35 Burst results for "Freakonomics"
"freakonomics" Discussed on KQED Radio
"Time on Freakonomics radio woke and are you ready for Freakonomics? It comes up at three. Tonight. Partly cloudy in the evening Mostly cloudy overnight with lows in the mid fifties Wednesday, creasing after midnight and tomorrow it will be mostly cloudy in the morning, clearing out with sunny skies high seventies to the lower eighties and temperatures going to warm up Through Tuesday and then we'll have some slight cooling later on in the week. Could I ask when this might air? Yeah. I'm four months pregnant today, and I just gotta Yeah. No, it's super exciting and I was Diagnosed with Hashimoto's, Uh Oh, uh, six months ago. So it was just like wait is is Hashimoto's an autoimmune disorder? It is, huh? I'm Molly Webster. And I'm Lulu Miller. This is radio lab. And today we are looking into one of the biggest medical mysteries, which is why bodies sometimes turns on itself. Um and miles. You're going to lead us through this one. Yeah, And it's something I got pulled into when I first was working on Go, Nads, go nads. For anyone who hasn't listened. Is.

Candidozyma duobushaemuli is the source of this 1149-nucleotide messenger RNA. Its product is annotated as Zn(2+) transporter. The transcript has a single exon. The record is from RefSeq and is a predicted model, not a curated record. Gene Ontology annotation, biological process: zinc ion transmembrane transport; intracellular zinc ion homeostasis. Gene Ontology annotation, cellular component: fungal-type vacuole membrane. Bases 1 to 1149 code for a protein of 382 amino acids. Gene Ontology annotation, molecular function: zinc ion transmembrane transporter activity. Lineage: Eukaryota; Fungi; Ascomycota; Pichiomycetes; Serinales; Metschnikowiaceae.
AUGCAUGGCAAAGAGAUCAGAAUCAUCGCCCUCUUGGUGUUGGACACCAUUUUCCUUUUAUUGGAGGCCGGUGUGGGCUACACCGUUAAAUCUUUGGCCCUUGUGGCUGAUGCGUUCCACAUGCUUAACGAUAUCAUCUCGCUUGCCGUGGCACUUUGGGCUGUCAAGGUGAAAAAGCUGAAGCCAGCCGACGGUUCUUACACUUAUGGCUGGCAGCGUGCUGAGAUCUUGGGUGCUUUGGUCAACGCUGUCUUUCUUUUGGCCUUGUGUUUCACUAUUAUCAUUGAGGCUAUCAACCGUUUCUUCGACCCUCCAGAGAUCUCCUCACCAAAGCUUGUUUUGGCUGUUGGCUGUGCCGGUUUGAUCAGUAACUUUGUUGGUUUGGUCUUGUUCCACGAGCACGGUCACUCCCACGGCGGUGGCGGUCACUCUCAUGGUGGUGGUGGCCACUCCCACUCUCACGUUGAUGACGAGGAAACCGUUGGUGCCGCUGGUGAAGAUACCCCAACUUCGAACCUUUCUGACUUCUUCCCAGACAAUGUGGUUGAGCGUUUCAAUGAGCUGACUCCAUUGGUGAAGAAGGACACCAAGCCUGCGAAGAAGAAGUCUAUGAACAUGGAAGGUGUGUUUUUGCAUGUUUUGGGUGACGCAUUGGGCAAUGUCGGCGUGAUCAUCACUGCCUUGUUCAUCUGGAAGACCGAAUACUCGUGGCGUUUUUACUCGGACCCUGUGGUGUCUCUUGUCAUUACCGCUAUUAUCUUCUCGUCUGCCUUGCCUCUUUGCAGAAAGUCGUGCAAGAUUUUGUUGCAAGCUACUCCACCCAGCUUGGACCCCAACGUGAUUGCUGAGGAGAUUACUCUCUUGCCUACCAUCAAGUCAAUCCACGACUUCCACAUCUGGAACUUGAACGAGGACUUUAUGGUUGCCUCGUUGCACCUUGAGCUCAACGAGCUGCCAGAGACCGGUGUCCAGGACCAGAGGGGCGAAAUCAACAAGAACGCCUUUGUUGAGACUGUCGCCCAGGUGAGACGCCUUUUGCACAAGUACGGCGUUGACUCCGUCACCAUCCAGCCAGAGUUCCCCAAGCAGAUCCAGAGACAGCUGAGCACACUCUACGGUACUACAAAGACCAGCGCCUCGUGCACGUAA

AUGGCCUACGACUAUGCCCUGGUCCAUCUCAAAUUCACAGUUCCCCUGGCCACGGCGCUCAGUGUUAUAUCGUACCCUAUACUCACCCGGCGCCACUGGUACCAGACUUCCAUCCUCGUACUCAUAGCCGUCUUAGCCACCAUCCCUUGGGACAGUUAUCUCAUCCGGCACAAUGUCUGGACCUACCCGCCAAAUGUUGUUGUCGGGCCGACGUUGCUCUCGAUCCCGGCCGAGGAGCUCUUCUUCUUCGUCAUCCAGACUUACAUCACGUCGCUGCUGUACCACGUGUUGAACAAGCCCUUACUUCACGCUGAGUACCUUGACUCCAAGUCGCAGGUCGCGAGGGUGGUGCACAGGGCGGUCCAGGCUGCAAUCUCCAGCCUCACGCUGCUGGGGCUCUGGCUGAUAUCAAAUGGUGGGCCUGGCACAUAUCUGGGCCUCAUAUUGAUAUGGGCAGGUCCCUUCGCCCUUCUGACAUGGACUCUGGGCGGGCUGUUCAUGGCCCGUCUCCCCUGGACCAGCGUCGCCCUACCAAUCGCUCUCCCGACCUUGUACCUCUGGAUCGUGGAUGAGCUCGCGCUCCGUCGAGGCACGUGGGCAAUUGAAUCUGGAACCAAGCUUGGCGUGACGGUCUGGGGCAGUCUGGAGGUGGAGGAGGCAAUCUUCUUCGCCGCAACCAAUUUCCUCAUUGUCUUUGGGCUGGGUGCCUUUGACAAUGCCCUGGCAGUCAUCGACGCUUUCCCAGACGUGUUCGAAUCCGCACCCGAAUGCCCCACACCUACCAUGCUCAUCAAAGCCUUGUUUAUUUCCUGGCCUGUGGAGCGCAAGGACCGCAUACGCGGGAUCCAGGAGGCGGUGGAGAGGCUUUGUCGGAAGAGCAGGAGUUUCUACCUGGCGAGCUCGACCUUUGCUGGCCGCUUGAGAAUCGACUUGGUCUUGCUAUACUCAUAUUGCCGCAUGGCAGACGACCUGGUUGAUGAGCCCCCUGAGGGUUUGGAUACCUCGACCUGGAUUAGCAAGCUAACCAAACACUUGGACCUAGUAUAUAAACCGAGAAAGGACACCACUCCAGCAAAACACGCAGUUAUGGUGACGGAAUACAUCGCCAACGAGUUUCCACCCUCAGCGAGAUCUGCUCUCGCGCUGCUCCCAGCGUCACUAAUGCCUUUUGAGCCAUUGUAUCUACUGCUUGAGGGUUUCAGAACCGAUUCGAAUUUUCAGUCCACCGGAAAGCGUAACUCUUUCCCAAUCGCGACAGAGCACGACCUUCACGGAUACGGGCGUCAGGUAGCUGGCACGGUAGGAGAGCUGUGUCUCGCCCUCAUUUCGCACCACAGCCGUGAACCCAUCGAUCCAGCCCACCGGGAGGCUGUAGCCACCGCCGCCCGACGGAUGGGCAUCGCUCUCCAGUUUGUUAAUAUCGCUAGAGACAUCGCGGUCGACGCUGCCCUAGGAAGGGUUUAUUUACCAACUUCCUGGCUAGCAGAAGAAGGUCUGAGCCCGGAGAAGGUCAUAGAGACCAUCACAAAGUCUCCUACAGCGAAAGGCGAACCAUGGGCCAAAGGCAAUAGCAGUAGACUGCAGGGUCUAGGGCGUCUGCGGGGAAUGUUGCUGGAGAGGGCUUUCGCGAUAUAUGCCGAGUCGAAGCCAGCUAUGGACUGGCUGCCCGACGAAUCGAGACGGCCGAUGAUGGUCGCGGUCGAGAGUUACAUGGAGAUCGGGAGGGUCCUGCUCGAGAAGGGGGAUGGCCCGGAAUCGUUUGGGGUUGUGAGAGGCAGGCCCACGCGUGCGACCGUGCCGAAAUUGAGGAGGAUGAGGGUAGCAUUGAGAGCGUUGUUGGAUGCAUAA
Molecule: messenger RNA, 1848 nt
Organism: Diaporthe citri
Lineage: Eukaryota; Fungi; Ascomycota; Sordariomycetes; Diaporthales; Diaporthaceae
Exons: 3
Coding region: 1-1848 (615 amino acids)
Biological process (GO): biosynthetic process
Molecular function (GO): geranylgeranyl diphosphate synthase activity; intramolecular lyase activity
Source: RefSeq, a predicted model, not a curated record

"freakonomics" Discussed on Freakonomics